Effective Horse Management - First in the Best Practices Series
by Dr. Jenifer Nadeau, Equine Extension Specialist
University of Connecticut
Have you looked in your yard lately and thought, "What am I going to do with this pile of manure?" Properly managing your manure will reduce flies and dust and prevent pollution to nearby water bodies. Important factors to consider when managing manure follow:
Closeness of storage site to water and neighbors are important aspects of manure management. Manure should be stored away from places where runoff may enter streams or flooding may sweep away manure. Manure should be placed:
· more than 200 feet from surface water and private wells
· at least 500 feet from public wells
· away from property lines (this depends on your local planning and zoning commission but must be at least 50 ft or more away from property lines in some states)
· away from a residence
Size of storage is another important aspect of manure management. On the average, a horse produces 40-50 lbs of manure/day, 7-9 tons/year! In order to calculate the amount of storage you will need, measure the average daily waste (manure and bedding) and multiply that amount by the number of days between planned removal for disposal or utilization. For example, for the average 1000 lb horse, you will need 12 yards of storage space. One cubic yard is equal to 27 cubic feet, so you will need 324 feet or an area roughly 9 feet long by 9 feet wide by 4 feet deep. Remember that if spreading on fields, the time frame may need to be extended if the fields are frozen (not recommended to spread at that time) or inaccessible to equipment due to heavy rains. Also remember when designing the space to consider what sort of equipment you will be maneuvering to access the manure. Some storage options to consider are:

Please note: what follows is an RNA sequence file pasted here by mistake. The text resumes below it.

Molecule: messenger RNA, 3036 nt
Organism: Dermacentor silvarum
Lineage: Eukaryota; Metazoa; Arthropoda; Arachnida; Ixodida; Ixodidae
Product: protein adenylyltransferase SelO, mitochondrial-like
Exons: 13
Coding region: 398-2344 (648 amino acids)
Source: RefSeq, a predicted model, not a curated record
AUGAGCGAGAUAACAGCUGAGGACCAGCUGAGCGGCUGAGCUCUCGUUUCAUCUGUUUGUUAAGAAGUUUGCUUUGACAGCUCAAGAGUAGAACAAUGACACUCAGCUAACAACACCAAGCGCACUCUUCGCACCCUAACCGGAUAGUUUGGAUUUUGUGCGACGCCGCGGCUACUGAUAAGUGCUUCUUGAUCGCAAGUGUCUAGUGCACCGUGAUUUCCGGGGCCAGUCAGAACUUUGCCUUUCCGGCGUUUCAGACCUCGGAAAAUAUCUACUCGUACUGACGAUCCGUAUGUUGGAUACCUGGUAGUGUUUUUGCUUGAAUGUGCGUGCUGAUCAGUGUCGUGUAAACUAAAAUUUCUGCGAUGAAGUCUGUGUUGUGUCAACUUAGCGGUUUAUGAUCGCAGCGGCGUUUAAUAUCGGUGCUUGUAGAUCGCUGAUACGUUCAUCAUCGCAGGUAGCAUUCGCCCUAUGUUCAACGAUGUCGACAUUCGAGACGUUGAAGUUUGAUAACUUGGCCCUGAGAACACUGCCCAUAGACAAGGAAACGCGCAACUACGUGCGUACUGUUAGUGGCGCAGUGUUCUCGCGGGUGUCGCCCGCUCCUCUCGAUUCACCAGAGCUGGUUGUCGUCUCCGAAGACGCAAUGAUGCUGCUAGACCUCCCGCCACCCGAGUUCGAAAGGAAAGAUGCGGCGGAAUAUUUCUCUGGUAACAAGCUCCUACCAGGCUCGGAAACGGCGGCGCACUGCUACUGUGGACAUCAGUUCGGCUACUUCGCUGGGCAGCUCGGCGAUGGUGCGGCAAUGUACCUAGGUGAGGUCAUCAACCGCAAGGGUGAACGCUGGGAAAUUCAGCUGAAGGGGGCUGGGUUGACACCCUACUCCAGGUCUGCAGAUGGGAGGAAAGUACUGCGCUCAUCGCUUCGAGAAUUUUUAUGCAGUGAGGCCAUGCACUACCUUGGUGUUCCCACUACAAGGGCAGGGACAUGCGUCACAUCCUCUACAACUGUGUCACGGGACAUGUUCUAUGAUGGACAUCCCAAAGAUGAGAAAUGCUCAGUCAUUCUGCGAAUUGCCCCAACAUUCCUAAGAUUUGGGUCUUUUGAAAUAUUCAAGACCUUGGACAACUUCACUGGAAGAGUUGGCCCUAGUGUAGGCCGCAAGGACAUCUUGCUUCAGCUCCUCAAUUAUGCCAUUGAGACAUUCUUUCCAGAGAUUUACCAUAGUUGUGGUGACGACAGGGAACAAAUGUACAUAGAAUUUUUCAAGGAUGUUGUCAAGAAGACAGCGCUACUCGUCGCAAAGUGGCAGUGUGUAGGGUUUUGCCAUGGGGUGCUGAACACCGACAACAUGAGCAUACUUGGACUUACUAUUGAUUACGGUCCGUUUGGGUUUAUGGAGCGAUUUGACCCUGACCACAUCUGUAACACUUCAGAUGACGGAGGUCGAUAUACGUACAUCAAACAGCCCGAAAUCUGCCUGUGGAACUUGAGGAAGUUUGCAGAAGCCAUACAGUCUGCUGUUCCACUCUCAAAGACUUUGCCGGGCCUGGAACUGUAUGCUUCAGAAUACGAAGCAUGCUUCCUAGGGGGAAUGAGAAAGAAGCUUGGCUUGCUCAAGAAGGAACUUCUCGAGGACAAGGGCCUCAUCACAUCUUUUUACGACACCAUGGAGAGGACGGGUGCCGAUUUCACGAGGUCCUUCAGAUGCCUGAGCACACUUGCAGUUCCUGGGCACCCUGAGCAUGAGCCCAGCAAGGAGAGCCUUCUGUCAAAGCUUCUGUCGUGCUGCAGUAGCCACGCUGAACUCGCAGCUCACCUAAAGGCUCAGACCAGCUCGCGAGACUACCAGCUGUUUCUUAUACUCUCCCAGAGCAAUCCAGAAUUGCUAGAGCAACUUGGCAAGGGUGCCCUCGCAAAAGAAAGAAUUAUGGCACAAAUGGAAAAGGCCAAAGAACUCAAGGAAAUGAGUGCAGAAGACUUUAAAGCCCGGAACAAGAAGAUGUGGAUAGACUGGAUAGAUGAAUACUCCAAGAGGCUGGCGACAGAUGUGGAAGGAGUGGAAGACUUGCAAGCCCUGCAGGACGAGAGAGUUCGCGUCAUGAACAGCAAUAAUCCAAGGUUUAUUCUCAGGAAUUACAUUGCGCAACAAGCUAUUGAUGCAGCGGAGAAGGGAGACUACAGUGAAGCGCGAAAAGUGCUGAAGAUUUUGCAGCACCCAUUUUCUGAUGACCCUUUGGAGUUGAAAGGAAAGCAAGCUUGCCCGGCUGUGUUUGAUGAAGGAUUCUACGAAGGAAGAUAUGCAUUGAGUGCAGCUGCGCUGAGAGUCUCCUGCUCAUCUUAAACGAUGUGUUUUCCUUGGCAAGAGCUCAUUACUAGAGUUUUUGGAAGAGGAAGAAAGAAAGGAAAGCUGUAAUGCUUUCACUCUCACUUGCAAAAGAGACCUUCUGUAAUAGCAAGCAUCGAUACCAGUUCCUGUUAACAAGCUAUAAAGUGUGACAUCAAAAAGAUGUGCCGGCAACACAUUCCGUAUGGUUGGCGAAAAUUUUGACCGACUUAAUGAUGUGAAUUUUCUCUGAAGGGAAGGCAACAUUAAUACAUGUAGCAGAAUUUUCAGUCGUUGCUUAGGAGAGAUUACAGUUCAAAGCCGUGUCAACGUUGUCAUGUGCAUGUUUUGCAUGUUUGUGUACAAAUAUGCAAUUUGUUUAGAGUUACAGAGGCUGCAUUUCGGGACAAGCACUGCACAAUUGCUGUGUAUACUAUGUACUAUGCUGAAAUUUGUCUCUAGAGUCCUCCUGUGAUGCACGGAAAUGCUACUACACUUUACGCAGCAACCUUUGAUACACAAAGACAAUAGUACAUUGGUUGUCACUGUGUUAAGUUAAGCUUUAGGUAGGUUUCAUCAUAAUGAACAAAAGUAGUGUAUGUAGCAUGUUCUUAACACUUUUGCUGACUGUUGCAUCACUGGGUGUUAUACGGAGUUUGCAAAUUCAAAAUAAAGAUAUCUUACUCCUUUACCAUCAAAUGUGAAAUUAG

Water management is also an important aspect of manure management. Roof gutters and diversions keep clean water from entering the barnyard or manure pile. A cover or tarp should be used to keep rainwater out of storage. Using a concrete pad on the bottom of the pile will help protect groundwater and make manure disposal easier.
Composting is a way to handle manure that should be considered. Composting will increase the value of manure, kill parasites and weed seeds, and decrease the volume of waste. Compost piles should be located away from buildings since they may spontaneously combust. Piles must be turned either on a weekly basis or based on the internal temperature of the pile. Passively aerated piles are not turned but have perforated pipes placed in the pile. Internal temperatures of compost should reach about 140º F. A minimum pile size of 4 feet by 4 feet by 4 feet is needed to achieve composting temperatures. A 3 bin system can be used on smaller farms or windrows (long, free-standing piles) can be used on larger farms.
Some guidelines for composting are:
· Piles should be turned when temperatures fall below 110º F or above 140º F
· Base width of the pile should be twice its height
· Moisture content should be that of a wrung out sponge (30-40% dry matter)
· The ideal carbon:nitrogen ratio is 20:1 to 40:1 (horse manure with no bedding is 25:1, rice straw is 79:1 and oat straw is 48:1, wood products are 500:1, so more frequent turning may be needed or nitrogen may need to be added in the form of urea or manure if bedding is included in the mix)
· Finished compost will have a soil-like texture and smell earthy
· The process can take as little as 3 months with frequent turning
Spreading is a common way to handle manure. Some things to keep in mind:
· Nutrients in manure and availability to plants